[Charles, who cheers us on, said both times we did a wonderful job, and that we are natural teachers. We no longer doubt that our little cheerleader is terribly biased.]

All of the students were very attentive, even though they still giggle when we speak, and they asked very thoughtful questions. However, we knew it was time to end our talk when they started asking about acid rain and if you can boil poison out of your water.

[Children are the same everywhere.]

In addition to the students, Daddy had a successful meeting with a group of parents and community leaders. He also demonstrated to the teachers how to use liquid bleach to make a chlorine mother solution to clean the schools drinking water.

[Phoebe and I gave the chlorine demonstration at the last meeting, where I very gracefully let the water overflow out of the bottle. Luckily one of the members of the YEC (youth empowerment group) came to our rescue finishing the demonstration in Swahili, which was probably for the best, since I am fairly certain the teacher wasn’t understanding our English anyway.]

We enjoyed all of our visits to the local schools and feel very encouraged and hopeful for our test schools to be able to clean their water, using the chlorine solution.

Africa 1.2

Published on August 8, 2014

 Last weekend we had a wonderful visit at Charles’ home and met his family. Charles lives on a piece of his family land in Tabaka, surrounding by his corn fields.  In addition to six of his seven children there were at least fifteen small children waiting to meet us, leaving Phoebe frazzled and a little scared.  From the moment we arrived the children fought to hold our hands, touch our skin and hair, and sit in our laps, all except the baby who cried his eyes out if we got to close. Charles’ wife Josephine, who doesn’t speak any english, was thrilled for us to be in her home and made us a wonderful meal of rice and beans and chapati. Rice and beans are a store bought food and therefore a very special treat. In addition to the meal they also brought in hot coca-colas which are an absolute luxury.

^^^ This is Duke and Anastasia. Duke and Anastasia fought over my lap every time I sat down even though I was happy to hold them both. They smiled and laughed and played a yes-no game with me, which consisted simply of me saying yes or no and them repeating with a lot of enthusiasm. Eventually Anastasia got tired of sharing and leaping off my lap grabbed one of Duke’s sandals and took off across the yard. Of course. As any little boy would. Duke took off after her. As he was catching up she threw the shoe as far as she could and then waiting until he had gone after it, she looped around the back of the chairs and climbed, victorious, back into my lap, holding my hands together around her waist. Needless to say Duke didn’t let this go without a fight and the second time she stole his shoe he had his revenge on his return from retrieving it.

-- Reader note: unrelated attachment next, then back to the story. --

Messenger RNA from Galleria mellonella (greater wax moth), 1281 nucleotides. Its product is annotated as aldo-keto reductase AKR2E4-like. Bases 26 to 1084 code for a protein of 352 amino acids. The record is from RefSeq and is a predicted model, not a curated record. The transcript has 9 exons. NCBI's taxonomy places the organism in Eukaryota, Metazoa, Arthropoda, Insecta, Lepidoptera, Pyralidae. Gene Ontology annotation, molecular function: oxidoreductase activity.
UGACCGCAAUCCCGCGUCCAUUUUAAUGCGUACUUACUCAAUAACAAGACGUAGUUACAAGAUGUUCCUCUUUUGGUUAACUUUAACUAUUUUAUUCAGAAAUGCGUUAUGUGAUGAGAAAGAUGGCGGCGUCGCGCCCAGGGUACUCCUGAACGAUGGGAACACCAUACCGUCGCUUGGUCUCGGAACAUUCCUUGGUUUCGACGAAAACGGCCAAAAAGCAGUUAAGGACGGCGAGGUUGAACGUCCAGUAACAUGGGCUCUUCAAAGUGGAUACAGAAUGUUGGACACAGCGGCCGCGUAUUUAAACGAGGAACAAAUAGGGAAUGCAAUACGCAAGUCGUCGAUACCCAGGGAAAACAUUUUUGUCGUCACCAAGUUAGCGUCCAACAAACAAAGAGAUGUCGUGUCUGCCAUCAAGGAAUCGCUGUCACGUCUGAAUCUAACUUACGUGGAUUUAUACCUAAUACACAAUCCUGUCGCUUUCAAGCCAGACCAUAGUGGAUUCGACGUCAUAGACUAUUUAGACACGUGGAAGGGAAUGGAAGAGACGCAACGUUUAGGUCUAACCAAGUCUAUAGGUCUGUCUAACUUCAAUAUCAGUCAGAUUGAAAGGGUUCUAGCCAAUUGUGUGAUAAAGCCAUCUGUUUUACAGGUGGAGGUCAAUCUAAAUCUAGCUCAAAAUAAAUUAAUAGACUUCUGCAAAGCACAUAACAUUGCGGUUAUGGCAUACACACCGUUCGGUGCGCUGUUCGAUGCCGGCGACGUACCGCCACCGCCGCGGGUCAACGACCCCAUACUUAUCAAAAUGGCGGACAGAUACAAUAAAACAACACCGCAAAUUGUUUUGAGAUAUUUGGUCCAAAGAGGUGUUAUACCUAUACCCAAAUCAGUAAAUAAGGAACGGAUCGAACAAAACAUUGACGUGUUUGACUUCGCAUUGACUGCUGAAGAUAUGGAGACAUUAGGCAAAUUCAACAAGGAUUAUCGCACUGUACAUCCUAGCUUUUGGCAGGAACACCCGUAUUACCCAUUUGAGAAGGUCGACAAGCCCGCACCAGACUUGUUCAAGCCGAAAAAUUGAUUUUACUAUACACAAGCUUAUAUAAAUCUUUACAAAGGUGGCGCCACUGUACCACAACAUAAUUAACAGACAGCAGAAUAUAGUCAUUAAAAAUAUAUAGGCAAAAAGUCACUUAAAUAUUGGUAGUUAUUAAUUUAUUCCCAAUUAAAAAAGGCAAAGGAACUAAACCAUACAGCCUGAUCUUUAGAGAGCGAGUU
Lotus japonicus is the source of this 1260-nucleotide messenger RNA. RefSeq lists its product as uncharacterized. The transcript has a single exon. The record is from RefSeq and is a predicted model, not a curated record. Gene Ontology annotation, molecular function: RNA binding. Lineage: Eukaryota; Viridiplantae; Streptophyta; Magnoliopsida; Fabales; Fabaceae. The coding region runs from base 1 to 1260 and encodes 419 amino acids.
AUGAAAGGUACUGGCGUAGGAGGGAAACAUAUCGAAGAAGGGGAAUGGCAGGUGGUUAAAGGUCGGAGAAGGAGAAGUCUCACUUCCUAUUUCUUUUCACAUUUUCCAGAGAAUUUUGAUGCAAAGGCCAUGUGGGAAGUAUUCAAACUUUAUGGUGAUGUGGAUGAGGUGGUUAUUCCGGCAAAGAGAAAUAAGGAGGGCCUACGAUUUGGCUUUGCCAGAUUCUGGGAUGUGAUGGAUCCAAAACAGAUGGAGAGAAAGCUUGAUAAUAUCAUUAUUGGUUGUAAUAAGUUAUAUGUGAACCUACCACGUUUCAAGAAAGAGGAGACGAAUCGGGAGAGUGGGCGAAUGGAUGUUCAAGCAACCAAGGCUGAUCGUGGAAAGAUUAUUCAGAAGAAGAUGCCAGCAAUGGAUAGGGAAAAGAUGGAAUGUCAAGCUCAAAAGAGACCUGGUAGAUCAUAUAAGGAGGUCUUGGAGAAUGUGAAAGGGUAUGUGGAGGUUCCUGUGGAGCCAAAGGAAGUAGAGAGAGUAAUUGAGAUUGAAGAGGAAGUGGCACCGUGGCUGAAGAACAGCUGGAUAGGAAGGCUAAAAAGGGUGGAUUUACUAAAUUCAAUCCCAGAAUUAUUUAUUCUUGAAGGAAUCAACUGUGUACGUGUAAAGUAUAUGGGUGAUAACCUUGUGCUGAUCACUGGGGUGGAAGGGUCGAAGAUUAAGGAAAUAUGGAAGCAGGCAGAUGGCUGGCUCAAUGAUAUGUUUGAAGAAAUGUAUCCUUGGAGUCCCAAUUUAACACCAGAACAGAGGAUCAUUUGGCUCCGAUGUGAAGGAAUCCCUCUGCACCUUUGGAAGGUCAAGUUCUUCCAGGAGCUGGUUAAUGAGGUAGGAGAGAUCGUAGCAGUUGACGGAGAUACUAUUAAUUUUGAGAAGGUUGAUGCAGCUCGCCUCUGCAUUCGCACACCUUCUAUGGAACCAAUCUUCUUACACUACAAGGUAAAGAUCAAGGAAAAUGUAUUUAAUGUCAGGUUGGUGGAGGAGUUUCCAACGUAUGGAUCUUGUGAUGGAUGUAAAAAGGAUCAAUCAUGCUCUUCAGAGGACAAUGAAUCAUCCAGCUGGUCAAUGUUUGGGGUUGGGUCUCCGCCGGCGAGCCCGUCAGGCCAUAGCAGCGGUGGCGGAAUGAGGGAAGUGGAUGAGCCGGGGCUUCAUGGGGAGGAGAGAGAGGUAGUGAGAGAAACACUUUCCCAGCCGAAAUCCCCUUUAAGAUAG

Kisii, Kenya, Africa 1.1

Published on August 7, 2014

 Last week was busy and productive, starting off with a trip to Lake Victoria, which was beautiful. There we had a short ride in a funny wooden boat out onto the water. We had a meeting with a group of local young adults, who are striving to create reform and transformation in their community; they are very excited to work with us and will hopefully be a good asset. Already this week they have been attending some of our meetings and helping translate and communicate our goals. 






We visited Elder Charles’ Church and met Antonio, one of his members who is very active and organizes multiple projects for the women to help create income. This week, work has begun on a hand dug well near this church and we plan to set up a filtration system when it is complete.

      We have had several other meetings including a meeting with the Head of natural Resources in Kisii and we visited the University of Kisii and had lunch with Dr. John Akama, the Vice Chancellor and several of his colleagues. After lunch we visited the campus and had a tour of their water projects.